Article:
by Scholten A
(Atopic Dermatitis)


Eczema is an inflammation of the skin. It makes parts of the skin red, itchy, and scaly. It may last for a long time or come and go.

Copyright © 2002 Nucleus Communications, Inc. All rights reserved.


Eczema is caused by the immune system overreacting. It is not known exactly why this happens. It may be due to genes, diet, and things in the environment.

Risk Factors

Eczema is more common in children.

Things that may raise the risk are:

  • Having a family history of eczema or allergies
  • Having asthma or allergies
  • Changes to certain genes
  • Eating a diet high in sugar and certain fats
  • Coming from a small family
  • Living in urban areas or places with low humidity

Many things can trigger flare ups of eczema. Some common ones are:

  • Very hot and very cold climates
  • Exposure to allergens or irritants such as:
    • Certain fabrics
    • Perfumes in soaps
    • Dust mites (common)
    • Foods
    • Nickel in jewelry
    • Certain plants
    • Latex, such as in rubber gloves
    • Cigarette smoke
  • Frequent washing, scratching or rubbing of the skin


Eczema usually begins at 3 to 6 months of age. It may improve by ages 5 to 7 years. For some, it continues into adolescence and early adulthood.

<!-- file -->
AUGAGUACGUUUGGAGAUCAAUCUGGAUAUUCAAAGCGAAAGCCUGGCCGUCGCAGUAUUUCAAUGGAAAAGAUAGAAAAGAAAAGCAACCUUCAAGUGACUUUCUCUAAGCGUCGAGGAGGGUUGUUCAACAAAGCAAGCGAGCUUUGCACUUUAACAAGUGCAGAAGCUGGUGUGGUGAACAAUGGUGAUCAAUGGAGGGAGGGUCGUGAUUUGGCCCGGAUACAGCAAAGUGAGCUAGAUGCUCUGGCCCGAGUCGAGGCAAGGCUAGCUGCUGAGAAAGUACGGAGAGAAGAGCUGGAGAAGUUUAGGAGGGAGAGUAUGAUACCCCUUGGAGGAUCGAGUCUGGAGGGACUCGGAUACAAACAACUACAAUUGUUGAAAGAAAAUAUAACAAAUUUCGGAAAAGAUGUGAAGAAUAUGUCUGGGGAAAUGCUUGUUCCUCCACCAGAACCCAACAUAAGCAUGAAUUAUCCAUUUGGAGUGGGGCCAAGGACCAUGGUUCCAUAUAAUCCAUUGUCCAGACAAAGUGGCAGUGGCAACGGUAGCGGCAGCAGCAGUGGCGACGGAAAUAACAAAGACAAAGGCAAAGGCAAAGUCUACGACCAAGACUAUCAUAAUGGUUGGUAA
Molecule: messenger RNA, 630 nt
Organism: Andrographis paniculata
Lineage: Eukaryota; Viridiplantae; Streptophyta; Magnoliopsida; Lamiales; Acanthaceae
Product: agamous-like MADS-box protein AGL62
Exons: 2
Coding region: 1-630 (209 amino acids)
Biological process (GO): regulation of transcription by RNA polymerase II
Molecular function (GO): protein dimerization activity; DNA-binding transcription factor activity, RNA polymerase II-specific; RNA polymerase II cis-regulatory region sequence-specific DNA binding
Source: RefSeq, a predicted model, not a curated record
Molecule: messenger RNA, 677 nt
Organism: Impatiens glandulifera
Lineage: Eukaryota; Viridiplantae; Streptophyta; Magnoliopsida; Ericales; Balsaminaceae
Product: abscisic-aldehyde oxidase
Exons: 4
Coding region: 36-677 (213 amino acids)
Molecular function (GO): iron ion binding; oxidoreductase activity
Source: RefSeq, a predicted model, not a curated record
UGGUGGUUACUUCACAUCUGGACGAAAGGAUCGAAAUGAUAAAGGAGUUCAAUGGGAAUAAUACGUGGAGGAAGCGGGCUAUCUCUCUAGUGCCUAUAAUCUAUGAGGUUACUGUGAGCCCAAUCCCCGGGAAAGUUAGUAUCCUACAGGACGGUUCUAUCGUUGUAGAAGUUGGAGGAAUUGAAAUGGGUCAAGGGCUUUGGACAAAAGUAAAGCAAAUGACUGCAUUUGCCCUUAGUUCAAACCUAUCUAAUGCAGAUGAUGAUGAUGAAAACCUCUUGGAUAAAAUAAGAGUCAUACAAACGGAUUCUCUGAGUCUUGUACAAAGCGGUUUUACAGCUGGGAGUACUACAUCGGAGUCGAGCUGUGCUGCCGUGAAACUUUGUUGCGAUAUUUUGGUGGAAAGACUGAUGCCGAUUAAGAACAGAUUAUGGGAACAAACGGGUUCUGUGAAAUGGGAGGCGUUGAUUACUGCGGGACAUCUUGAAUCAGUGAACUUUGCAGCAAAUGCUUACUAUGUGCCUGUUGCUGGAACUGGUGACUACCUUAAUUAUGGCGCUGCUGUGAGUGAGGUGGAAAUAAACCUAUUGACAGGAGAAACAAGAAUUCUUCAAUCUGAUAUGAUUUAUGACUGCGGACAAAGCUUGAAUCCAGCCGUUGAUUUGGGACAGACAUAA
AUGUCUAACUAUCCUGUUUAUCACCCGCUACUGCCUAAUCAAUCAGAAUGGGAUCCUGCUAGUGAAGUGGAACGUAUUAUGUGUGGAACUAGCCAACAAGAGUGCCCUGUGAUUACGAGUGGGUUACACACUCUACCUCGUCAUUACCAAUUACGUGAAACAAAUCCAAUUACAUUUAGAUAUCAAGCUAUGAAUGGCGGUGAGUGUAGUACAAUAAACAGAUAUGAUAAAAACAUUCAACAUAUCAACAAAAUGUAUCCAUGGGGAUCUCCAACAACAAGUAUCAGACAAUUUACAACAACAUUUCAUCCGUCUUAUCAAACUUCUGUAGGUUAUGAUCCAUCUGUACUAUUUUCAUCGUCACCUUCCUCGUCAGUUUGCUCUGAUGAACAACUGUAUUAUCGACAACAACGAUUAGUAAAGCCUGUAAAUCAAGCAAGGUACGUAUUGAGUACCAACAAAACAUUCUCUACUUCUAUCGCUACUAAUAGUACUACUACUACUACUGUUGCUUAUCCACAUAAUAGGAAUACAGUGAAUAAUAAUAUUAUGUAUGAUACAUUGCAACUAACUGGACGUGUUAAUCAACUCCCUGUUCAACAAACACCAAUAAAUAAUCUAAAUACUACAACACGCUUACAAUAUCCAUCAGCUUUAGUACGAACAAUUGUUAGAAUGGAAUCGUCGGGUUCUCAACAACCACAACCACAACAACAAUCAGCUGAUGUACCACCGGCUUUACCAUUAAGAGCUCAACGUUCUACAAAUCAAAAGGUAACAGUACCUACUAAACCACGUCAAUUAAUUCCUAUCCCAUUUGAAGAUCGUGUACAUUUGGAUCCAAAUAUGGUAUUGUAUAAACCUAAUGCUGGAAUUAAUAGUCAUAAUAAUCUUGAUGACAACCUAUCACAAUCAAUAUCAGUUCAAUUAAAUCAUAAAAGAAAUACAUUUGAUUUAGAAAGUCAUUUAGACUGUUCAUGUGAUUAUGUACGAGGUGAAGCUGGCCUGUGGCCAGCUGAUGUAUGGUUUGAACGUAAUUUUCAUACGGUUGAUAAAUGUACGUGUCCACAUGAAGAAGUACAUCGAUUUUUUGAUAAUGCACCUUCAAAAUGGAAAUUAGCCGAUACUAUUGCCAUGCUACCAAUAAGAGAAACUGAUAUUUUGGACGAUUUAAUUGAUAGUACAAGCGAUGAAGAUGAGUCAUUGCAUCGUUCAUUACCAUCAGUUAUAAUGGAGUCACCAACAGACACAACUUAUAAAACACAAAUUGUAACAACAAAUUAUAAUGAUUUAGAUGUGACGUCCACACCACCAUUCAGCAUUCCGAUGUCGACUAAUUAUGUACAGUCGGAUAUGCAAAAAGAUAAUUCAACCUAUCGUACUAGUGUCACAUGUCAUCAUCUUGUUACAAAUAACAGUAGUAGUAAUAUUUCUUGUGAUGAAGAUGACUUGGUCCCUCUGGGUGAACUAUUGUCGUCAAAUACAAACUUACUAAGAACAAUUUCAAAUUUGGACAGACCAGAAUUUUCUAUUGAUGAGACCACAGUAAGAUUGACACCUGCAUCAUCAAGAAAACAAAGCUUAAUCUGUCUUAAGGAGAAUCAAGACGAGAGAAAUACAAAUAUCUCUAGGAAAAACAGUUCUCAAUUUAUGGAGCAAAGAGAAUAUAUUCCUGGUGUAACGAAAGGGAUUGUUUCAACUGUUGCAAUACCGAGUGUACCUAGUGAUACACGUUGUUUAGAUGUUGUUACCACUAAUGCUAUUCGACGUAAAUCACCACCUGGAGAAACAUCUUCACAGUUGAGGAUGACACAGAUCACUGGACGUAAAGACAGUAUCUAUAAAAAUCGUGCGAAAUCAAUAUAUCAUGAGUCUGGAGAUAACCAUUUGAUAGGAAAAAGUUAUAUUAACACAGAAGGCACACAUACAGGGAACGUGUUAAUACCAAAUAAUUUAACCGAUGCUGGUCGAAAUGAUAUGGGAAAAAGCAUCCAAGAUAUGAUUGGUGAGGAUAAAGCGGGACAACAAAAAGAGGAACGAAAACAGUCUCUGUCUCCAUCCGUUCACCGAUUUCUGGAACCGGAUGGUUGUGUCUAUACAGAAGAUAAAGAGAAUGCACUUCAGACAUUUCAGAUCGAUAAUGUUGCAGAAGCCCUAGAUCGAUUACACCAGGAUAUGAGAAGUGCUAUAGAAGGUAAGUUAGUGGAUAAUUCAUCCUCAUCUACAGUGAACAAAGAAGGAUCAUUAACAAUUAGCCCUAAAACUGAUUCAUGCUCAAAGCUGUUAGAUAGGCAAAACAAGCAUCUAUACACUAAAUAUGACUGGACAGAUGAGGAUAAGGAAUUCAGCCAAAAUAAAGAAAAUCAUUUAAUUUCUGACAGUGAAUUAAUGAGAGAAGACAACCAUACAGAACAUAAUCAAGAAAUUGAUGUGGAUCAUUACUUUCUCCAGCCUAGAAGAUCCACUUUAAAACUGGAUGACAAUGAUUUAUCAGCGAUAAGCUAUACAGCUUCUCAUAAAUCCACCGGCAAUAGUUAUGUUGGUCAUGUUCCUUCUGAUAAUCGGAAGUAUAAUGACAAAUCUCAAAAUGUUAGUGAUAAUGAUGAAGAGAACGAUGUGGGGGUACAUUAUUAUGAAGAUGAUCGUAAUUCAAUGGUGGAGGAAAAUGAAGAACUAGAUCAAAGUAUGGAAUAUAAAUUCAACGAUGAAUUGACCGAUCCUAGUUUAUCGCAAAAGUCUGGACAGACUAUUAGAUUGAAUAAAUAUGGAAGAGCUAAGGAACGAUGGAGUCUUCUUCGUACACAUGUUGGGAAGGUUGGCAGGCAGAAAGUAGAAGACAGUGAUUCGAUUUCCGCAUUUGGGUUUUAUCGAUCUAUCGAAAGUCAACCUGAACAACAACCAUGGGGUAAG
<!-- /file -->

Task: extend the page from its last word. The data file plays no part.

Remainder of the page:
Symptoms can appear anywhere on the body. They may include:

  • Dry, itchy skin
  • Cracks behind the ears or in skin creases
  • Red patches on the cheeks, arms, and legs
  • A red, scaly rash
  • Thick, leathery skin
  • Crusting, oozing, or cracking of the skin


The doctor will ask about your child’s symptoms and health history. A physical exam will be done. The diagnosis is based on symptoms and how the skin looks. The child may need to see an allergy or skin doctor for testing.


There is no cure for eczema. The goals of treatment are to heal the skin and prevent flare-ups.

Options may be:

  • Skin care to reduce irritation and dry skin, such as:
    • Using moisturizing creams
    • Limiting baths and showers
    • Avoiding irritating soaps and gels
  • Medicines such as:
    • Steroid ointments to reduce inflammation
    • Antihistamines to prevent itching
    • Antibiotic pills or creams to treat infections

If skin care and medicines do not help, light therapy may be used on the skin.


Eczema is difficult to prevent. Things that may help lower the risk in children are:

  • Breastfeeding
  • Using formula with hydrolyzed casein or 100% whey protein
  • Exposing children to pets at an early age


Healthy Children—American Academy of Pediatrics 

National Eczema Association 


Canadian Dermatology Association 

Caring For Kids—Canadian Paediatric Society 


Atopic dermatitis. American Academy of Dermatology website. Available at: Accessed February 11, 2021.

Atopic dermatitis. EBSCO DynaMed website. Available at: Accessed February 11, 2021.

Avena-Woods C. Overview of atopic dermatitis. Am J Manag Care. 2017;23(8 Suppl):S115-S123.

Eczema. Kids Health—Nemours Foundation website. Available at: Accessed February 11, 2021.

Eczema and atopic dermatitis. Family Doctor—American Academy of Family Physicians website. Available at: Accessed February 11, 2021.

What is eczema? National Eczema Association website. Available at: Accessed February 11, 2021.

Revision Information